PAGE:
By Alix Culbertson, News Reporter
Thick lava gushes from Mount Mayon and flows down its crater. An ash cloud towers 8,202ft in the Philippine sky.
Photographer Romeo Ranoco captures it all in a collection of stunning pictures, from streets which are growing more deserted by the day.
From the distance at which he stands the violent activity seems to occur in slow motion – the orange mass of crystals, liquid and bubbles seemingly tumbling from the volcano’s throat. But those born and raised nearby are afraid.
The 8,077ft tall volcano – in central Albay province, southeast of Manila – has forced more than 75,000 villagers to flee the area, an increase of 19,000 since Tuesday.
Most are now in evacuation centres where children queue for snacks and meals as their parents worry about a long stay away from home.
A disaster relief official warned on Tuesday that those who do not evacuate face “a death penalty” as pyroclastic flows will hit people, killing them instantly.
Volcanologists have warned Mount Mayon shows no signs of calming.
On Thursday, 12 days after the volcano began to erupt, scientists recorded regular episodes of intense activity.
“Right now our instruments around the volcano are measuring or detecting magma constantly coming up from below,” Paul Alanis of the Philippine volcanology agency said.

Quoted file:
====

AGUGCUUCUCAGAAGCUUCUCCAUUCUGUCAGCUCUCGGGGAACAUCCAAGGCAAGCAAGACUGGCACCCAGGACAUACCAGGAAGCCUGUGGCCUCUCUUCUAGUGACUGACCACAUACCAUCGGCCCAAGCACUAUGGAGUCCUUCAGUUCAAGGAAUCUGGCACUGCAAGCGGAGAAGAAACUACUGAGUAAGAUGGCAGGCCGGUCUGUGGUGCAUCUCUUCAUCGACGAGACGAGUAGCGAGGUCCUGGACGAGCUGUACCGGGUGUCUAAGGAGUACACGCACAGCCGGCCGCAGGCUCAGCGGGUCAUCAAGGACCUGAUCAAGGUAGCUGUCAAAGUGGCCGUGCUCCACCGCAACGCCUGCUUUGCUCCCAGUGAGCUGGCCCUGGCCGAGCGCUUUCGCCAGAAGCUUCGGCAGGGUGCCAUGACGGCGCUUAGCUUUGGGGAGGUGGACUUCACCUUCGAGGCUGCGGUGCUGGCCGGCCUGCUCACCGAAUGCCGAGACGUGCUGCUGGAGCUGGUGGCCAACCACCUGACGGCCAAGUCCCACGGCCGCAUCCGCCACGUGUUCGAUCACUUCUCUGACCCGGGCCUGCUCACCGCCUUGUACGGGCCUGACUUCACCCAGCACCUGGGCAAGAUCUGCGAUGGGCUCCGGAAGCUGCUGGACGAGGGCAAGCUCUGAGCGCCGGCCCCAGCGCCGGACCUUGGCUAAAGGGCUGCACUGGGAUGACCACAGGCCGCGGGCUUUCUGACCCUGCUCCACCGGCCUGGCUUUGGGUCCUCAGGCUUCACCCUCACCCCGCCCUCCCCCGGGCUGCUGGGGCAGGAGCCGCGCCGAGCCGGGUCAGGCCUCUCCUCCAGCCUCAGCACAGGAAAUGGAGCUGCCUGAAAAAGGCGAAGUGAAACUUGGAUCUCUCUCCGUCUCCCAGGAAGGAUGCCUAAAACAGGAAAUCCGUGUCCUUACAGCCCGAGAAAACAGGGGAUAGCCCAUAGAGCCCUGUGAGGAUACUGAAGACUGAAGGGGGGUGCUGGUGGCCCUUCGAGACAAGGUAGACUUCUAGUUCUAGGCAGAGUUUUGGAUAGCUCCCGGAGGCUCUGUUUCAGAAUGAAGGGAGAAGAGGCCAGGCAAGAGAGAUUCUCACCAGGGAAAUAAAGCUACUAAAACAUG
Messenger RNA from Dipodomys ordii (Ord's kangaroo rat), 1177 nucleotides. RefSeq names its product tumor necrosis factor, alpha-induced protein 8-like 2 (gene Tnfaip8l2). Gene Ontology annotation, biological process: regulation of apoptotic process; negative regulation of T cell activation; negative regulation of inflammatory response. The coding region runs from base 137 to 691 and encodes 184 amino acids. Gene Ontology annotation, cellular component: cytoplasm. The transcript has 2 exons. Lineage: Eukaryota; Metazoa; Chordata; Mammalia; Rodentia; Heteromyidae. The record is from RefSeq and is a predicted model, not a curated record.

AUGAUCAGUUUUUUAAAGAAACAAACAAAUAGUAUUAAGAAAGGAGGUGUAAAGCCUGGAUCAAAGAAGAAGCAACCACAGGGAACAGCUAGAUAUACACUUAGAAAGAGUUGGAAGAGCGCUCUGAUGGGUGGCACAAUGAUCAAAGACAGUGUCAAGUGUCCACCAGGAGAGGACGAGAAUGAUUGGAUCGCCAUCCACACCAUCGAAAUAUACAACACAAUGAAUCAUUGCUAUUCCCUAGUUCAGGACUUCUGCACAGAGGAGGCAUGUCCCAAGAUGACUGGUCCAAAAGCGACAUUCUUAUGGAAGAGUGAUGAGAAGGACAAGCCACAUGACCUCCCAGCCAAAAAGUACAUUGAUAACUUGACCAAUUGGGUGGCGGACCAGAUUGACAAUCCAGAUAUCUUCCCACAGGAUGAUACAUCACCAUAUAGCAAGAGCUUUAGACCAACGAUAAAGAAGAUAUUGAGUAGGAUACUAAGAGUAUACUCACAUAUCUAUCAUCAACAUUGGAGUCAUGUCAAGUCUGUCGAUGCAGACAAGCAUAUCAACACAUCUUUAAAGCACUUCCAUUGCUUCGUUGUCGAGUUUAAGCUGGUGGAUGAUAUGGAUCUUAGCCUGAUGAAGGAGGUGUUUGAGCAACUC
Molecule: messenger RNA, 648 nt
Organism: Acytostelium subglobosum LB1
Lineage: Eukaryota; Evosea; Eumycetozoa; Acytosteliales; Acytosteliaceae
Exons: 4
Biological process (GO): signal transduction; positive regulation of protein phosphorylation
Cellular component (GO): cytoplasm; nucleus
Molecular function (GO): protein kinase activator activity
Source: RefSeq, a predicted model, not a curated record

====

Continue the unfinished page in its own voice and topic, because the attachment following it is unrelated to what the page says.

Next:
“So there’s always that danger, that this may still escalate.”
There is a widespread respect for the volcano from people living in the 5.6-mile evacuation radius.
Evacuee Irene Agao said: “We are worried. We got used to the volcano, but we are still afraid.
“If only we could, we would go home right now, away from this evacuation centre, but we need to stay.
“Because we never know what else the beautiful Mayon volcano will do.”
Authorities have warned residents miles from the area to remain indoors to avoid heavy ash fall.
Government offices and schools have been closed in 17 towns and municipalities and 66 flights have been cancelled in recent days.
The alert remains just one below the highest level of five after it was raised on Monday from three.
Mount Mayon lies on the boundary of the Eurasian and Philippine tectonic plates, making Mayon the country’s most active volcano.
Thanks to the Philippine Sea Plate, which covers the archipelago, there are 25 active volcanoes as it converges with the Eurasian, Pacific and Australian Plates.